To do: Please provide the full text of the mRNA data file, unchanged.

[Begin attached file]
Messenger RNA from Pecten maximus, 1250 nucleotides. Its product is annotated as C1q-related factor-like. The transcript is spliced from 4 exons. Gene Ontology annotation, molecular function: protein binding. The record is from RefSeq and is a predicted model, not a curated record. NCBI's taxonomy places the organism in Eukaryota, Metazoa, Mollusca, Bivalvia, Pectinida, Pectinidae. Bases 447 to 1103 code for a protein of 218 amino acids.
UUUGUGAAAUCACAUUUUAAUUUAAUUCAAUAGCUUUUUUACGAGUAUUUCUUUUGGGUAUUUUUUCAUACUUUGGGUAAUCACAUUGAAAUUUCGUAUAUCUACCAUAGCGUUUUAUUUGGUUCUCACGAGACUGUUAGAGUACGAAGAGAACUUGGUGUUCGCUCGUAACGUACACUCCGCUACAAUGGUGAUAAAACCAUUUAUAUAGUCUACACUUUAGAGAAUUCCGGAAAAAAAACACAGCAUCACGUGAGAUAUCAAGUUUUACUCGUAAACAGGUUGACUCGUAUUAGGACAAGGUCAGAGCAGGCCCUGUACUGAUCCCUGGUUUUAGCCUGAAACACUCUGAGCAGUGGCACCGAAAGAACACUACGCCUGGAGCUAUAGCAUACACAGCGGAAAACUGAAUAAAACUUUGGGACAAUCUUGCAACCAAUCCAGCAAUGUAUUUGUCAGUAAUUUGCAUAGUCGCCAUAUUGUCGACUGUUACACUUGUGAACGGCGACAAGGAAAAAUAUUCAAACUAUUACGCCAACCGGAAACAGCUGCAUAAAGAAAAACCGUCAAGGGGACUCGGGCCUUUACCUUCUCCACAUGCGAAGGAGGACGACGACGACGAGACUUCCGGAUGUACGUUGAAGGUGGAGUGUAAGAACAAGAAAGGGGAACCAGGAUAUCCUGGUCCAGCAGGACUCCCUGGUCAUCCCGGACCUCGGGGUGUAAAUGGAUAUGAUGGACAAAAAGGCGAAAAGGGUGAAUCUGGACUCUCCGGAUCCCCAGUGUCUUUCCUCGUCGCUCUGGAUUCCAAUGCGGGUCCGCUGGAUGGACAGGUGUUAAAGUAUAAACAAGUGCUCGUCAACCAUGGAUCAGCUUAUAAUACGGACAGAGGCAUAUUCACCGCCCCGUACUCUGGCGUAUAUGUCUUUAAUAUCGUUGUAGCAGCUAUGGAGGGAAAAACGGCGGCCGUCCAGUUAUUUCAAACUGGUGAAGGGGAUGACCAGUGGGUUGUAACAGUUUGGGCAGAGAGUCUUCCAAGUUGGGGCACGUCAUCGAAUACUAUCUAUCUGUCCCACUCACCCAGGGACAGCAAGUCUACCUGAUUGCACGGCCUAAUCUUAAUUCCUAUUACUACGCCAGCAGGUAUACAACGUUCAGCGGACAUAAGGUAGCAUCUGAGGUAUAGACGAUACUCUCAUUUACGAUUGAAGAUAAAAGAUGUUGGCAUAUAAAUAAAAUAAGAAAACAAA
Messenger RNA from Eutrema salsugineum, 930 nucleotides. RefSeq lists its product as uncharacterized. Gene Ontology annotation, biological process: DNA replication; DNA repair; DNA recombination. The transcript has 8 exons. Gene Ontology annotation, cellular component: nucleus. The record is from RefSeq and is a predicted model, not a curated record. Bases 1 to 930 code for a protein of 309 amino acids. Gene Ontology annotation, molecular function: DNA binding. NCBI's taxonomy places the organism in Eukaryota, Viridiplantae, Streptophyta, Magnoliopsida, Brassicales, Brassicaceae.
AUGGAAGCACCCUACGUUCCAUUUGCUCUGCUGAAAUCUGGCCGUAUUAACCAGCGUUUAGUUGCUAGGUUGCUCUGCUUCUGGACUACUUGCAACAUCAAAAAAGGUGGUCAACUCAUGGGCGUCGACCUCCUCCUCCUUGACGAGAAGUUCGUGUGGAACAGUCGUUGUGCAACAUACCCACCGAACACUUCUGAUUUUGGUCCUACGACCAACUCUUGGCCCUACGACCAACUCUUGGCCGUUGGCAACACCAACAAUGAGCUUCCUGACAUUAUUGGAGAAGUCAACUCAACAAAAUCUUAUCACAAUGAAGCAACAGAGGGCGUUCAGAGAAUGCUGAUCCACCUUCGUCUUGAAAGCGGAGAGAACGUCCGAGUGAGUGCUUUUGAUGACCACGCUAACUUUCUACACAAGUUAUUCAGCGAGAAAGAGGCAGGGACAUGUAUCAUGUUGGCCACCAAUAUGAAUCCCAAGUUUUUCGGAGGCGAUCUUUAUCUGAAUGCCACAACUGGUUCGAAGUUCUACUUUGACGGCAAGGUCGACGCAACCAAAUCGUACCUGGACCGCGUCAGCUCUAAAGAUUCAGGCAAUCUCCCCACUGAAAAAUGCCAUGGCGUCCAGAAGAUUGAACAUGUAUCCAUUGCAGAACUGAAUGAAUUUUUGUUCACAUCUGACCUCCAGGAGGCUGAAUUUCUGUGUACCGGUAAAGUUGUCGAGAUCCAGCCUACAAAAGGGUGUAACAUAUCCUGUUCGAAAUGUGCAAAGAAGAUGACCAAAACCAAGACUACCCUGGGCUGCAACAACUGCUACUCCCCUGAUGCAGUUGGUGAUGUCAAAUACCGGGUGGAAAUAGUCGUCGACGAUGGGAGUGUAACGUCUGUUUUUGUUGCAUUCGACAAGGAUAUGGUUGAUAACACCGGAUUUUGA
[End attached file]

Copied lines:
Messenger RNA from Pecten maximus, 1250 nucleotides. Its product is annotated as C1q-related factor-like. The transcript is spliced from 4 exons. Gene Ontology annotation, molecular function: protein binding. The record is from RefSeq and is a predicted model, not a curated record. NCBI's taxonomy places the organism in Eukaryota, Metazoa, Mollusca, Bivalvia, Pectinida, Pectinidae. Bases 447 to 1103 code for a protein of 218 amino acids.
UUUGUGAAAUCACAUUUUAAUUUAAUUCAAUAGCUUUUUUACGAGUAUUUCUUUUGGGUAUUUUUUCAUACUUUGGGUAAUCACAUUGAAAUUUCGUAUAUCUACCAUAGCGUUUUAUUUGGUUCUCACGAGACUGUUAGAGUACGAAGAGAACUUGGUGUUCGCUCGUAACGUACACUCCGCUACAAUGGUGAUAAAACCAUUUAUAUAGUCUACACUUUAGAGAAUUCCGGAAAAAAAACACAGCAUCACGUGAGAUAUCAAGUUUUACUCGUAAACAGGUUGACUCGUAUUAGGACAAGGUCAGAGCAGGCCCUGUACUGAUCCCUGGUUUUAGCCUGAAACACUCUGAGCAGUGGCACCGAAAGAACACUACGCCUGGAGCUAUAGCAUACACAGCGGAAAACUGAAUAAAACUUUGGGACAAUCUUGCAACCAAUCCAGCAAUGUAUUUGUCAGUAAUUUGCAUAGUCGCCAUAUUGUCGACUGUUACACUUGUGAACGGCGACAAGGAAAAAUAUUCAAACUAUUACGCCAACCGGAAACAGCUGCAUAAAGAAAAACCGUCAAGGGGACUCGGGCCUUUACCUUCUCCACAUGCGAAGGAGGACGACGACGACGAGACUUCCGGAUGUACGUUGAAGGUGGAGUGUAAGAACAAGAAAGGGGAACCAGGAUAUCCUGGUCCAGCAGGACUCCCUGGUCAUCCCGGACCUCGGGGUGUAAAUGGAUAUGAUGGACAAAAAGGCGAAAAGGGUGAAUCUGGACUCUCCGGAUCCCCAGUGUCUUUCCUCGUCGCUCUGGAUUCCAAUGCGGGUCCGCUGGAUGGACAGGUGUUAAAGUAUAAACAAGUGCUCGUCAACCAUGGAUCAGCUUAUAAUACGGACAGAGGCAUAUUCACCGCCCCGUACUCUGGCGUAUAUGUCUUUAAUAUCGUUGUAGCAGCUAUGGAGGGAAAAACGGCGGCCGUCCAGUUAUUUCAAACUGGUGAAGGGGAUGACCAGUGGGUUGUAACAGUUUGGGCAGAGAGUCUUCCAAGUUGGGGCACGUCAUCGAAUACUAUCUAUCUGUCCCACUCACCCAGGGACAGCAAGUCUACCUGAUUGCACGGCCUAAUCUUAAUUCCUAUUACUACGCCAGCAGGUAUACAACGUUCAGCGGACAUAAGGUAGCAUCUGAGGUAUAGACGAUACUCUCAUUUACGAUUGAAGAUAAAAGAUGUUGGCAUAUAAAUAAAAUAAGAAAACAAA
Messenger RNA from Eutrema salsugineum, 930 nucleotides. RefSeq lists its product as uncharacterized. Gene Ontology annotation, biological process: DNA replication; DNA repair; DNA recombination. The transcript has 8 exons. Gene Ontology annotation, cellular component: nucleus. The record is from RefSeq and is a predicted model, not a curated record. Bases 1 to 930 code for a protein of 309 amino acids. Gene Ontology annotation, molecular function: DNA binding. NCBI's taxonomy places the organism in Eukaryota, Viridiplantae, Streptophyta, Magnoliopsida, Brassicales, Brassicaceae.
AUGGAAGCACCCUACGUUCCAUUUGCUCUGCUGAAAUCUGGCCGUAUUAACCAGCGUUUAGUUGCUAGGUUGCUCUGCUUCUGGACUACUUGCAACAUCAAAAAAGGUGGUCAACUCAUGGGCGUCGACCUCCUCCUCCUUGACGAGAAGUUCGUGUGGAACAGUCGUUGUGCAACAUACCCACCGAACACUUCUGAUUUUGGUCCUACGACCAACUCUUGGCCCUACGACCAACUCUUGGCCGUUGGCAACACCAACAAUGAGCUUCCUGACAUUAUUGGAGAAGUCAACUCAACAAAAUCUUAUCACAAUGAAGCAACAGAGGGCGUUCAGAGAAUGCUGAUCCACCUUCGUCUUGAAAGCGGAGAGAACGUCCGAGUGAGUGCUUUUGAUGACCACGCUAACUUUCUACACAAGUUAUUCAGCGAGAAAGAGGCAGGGACAUGUAUCAUGUUGGCCACCAAUAUGAAUCCCAAGUUUUUCGGAGGCGAUCUUUAUCUGAAUGCCACAACUGGUUCGAAGUUCUACUUUGACGGCAAGGUCGACGCAACCAAAUCGUACCUGGACCGCGUCAGCUCUAAAGAUUCAGGCAAUCUCCCCACUGAAAAAUGCCAUGGCGUCCAGAAGAUUGAACAUGUAUCCAUUGCAGAACUGAAUGAAUUUUUGUUCACAUCUGACCUCCAGGAGGCUGAAUUUCUGUGUACCGGUAAAGUUGUCGAGAUCCAGCCUACAAAAGGGUGUAACAUAUCCUGUUCGAAAUGUGCAAAGAAGAUGACCAAAACCAAGACUACCCUGGGCUGCAACAACUGCUACUCCCCUGAUGCAGUUGGUGAUGUCAAAUACCGGGUGGAAAUAGUCGUCGACGAUGGGAGUGUAACGUCUGUUUUUGUUGCAUUCGACAAGGAUAUGGUUGAUAACACCGGAUUUUGA